1859 Tasting Notes
This came as one of my samples from my most recent Davids Tea order. I mostly just get a nutty toasted almond flavour from this tea with some hint of cocoa. It might just be because it’s a small sample but I can’t really taste goji berries or anything that really reminds me of fruit at all. It’s not bad, I guess, but I think it needs a more robust base than this white tea.
These came from a friend of mine who lives in the UK (and unfortunately is not on Steepster). The blossom held together well despite its trip through the mail and unfurled nicely without shedding too many bits in the process. The tea was an interesting one – a mix of vegetal and nutty notes with a hint of smokiness. The floral jasmine was in there too, but it was light and restrained which I appreciate as there’s nothing I hate worse than feeling like I’m drinking a cup of jasmine perfume.
90ºC seems like a hot steeping temp for a green oolong, but the short length of time seems to keep the leaves from getting scalded, I suppose. It’s a tea more suited to a gong fu style brewing, I think, and maybe one of these days I’ll get the proper utensils to give that a try, but not today unfortunately.
The first steep at one minute brewed up a nice gold colour and had a lovely lilac scent. The flavour was floral and sweet with a slight fruity note. I think I can pick out the osmanthus, but it’s quite subtle and mixed well with the natural floral notes of the dong ding base.
The second steeping at 45 seconds was lighter and more floral and the third steep at 35 seconds took on more of a vegetal tone with an slight peach-like aftertaste. Each time the tea never lost its smoothness and refined character. Overall it’s an interesting-tasting, good quality oolong, but if you take away the osmanthus notes what’s left isn’t anything really unique.
This is another blend that I missed out on the first time around but managed to pick up thanks to Rachel. It’s not a tea that’s really suited to being drunk plain with very fine broken tea leaves and lots of ginger and cinnamon making it too harsh without some milk added to it. But it really does taste like gingerbread and it practically screams autumn/cold weather/holidays to me. I’d love to do this up as a latté – I’m betting it would beat out Starbucks’ artificial syrup-laden version any day. ;)
I found a couple samples for Chi of Tea in my cupboard – no idea how old they are. ¬_¬ Clearly this is a sign that I need to concentrate on drinking up all my older teas and samples.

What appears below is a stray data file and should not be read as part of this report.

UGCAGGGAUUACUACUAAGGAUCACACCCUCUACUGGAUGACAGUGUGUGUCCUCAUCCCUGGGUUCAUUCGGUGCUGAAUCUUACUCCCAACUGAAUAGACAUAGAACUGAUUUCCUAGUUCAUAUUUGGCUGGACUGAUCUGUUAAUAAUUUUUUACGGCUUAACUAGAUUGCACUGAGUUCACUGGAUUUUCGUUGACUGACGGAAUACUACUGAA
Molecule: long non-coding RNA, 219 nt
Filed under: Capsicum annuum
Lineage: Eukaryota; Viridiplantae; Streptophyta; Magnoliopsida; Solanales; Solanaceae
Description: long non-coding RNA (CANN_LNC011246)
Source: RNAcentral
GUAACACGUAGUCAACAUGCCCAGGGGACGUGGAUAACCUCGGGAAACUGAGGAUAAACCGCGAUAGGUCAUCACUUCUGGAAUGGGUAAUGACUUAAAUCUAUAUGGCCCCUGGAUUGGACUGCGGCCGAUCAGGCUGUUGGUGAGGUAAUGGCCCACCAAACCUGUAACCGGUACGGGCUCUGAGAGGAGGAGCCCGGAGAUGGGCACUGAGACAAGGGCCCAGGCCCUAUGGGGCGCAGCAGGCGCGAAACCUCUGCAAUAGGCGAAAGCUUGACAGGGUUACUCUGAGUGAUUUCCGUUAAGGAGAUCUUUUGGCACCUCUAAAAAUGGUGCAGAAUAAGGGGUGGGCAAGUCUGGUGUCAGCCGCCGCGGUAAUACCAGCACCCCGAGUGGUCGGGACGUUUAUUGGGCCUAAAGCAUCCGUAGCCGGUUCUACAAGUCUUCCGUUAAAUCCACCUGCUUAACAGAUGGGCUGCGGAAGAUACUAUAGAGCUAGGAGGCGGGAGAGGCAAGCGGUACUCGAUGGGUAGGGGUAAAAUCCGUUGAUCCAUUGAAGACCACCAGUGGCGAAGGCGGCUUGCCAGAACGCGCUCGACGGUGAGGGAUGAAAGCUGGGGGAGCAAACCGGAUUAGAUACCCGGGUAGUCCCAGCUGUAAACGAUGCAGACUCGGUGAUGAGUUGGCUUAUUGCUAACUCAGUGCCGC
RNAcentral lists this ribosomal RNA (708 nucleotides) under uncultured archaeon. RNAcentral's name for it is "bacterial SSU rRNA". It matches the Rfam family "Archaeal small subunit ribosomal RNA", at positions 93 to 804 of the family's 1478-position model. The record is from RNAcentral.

The scent makes me think of bubble gum, which is a bit odd as I’m used to pu-erhs smelling very earthy. The earthiness comes back in the flavour, though it’s fairly mild compared to some pu-erhs I’ve tried (admittedly my experience is pretty limited). I can taste the orange flavour clearly, though it’s more like a sweet mandarin orange rather than a sour, acidic navel orange type of taste. However I noticed that each sip ends on a weirdly dull note that I’m not sure I care for – maybe I just need to steep the tea longer or hotter.
Have you ever opened a bag of tea and it smelled so good you wanted to eat the dry leaves then and there? That’s what this tea smells like to me – it reminds me of the awesome almond cherry biscotti my dad makes.
The tea brewed up quite dark for a green tea, like many gunpowder greens. That base was a pretty good choice because it gave the tea more of a robust slightly smokey base rather than a light vegetal one liked you’d get with a sencha. The almond and cherry (two things that I absolutely love BTW) blend very well with it and the end results weren’t artificial-tasting at all. Two thumbs up, Frank.
I’m not sure why I decided to get this particular tea, I think it just caught my eye when I was rambling through the Teaz Tea (Herbal Republic is their brand) shop on Granville St in Vancouver last year. Any how, I found it tucked away in the back of my cupboard today and decided to give it a try.
The dry tea smells quite spicy almost as if chili pepper had been added to it, though I guess that might be partly due to the ginger. Interestingly the flavour itself wasn’t spicy at all. Instead the tea tasted lightly sweet and herbal with a hay-like note – from the clover maybe? Not sure if it’ll cure all my ills but it’s a pleasant tisane to drink late at night.
I used to thinking of iced tea as being fruit flavoured so cotton candy struck me as a bit of an odd choice for this style of tea. None the less it seems to work pretty well. The spun sugar cotton candy flavour was a bit on the subtle side but adding a tablespoon or so of agave nectar to the jug helped bring it out.